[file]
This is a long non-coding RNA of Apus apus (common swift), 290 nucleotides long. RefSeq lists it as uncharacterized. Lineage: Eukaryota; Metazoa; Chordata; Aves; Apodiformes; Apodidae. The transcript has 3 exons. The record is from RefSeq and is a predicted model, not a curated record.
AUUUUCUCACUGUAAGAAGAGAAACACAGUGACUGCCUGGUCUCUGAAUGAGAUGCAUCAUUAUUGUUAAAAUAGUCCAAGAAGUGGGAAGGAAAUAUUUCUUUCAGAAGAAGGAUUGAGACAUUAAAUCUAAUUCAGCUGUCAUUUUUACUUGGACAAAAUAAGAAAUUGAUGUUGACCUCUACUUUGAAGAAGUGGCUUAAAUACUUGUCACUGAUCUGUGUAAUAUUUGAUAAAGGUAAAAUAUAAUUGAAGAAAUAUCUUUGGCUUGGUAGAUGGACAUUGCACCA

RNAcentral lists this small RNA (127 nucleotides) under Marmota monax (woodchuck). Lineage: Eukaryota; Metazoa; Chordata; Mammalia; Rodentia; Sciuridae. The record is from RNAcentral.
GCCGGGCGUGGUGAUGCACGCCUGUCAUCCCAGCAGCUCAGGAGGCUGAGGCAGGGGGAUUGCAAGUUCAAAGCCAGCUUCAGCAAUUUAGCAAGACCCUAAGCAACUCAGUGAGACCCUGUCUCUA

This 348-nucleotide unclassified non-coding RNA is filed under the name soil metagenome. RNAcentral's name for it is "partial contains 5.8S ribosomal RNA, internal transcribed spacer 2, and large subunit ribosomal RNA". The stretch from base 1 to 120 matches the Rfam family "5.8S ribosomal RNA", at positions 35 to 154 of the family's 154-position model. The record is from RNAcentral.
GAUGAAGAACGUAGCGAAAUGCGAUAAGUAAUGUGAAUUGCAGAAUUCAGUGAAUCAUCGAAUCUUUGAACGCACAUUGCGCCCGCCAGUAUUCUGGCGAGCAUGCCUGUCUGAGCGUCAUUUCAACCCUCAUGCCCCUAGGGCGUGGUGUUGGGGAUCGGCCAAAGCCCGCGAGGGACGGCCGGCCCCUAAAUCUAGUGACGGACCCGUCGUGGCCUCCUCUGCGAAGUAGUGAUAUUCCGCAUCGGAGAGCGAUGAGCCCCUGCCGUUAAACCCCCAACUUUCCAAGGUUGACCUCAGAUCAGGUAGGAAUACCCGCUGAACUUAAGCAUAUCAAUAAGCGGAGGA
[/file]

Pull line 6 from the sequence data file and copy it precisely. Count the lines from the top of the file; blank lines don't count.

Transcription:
GAUGAAGAACGUAGCGAAAUGCGAUAAGUAAUGUGAAUUGCAGAAUUCAGUGAAUCAUCGAAUCUUUGAACGCACAUUGCGCCCGCCAGUAUUCUGGCGAGCAUGCCUGUCUGAGCGUCAUUUCAACCCUCAUGCCCCUAGGGCGUGGUGUUGGGGAUCGGCCAAAGCCCGCGAGGGACGGCCGGCCCCUAAAUCUAGUGACGGACCCGUCGUGGCCUCCUCUGCGAAGUAGUGAUAUUCCGCAUCGGAGAGCGAUGAGCCCCUGCCGUUAAACCCCCAACUUUCCAAGGUUGACCUCAGAUCAGGUAGGAAUACCCGCUGAACUUAAGCAUAUCAAUAAGCGGAGGA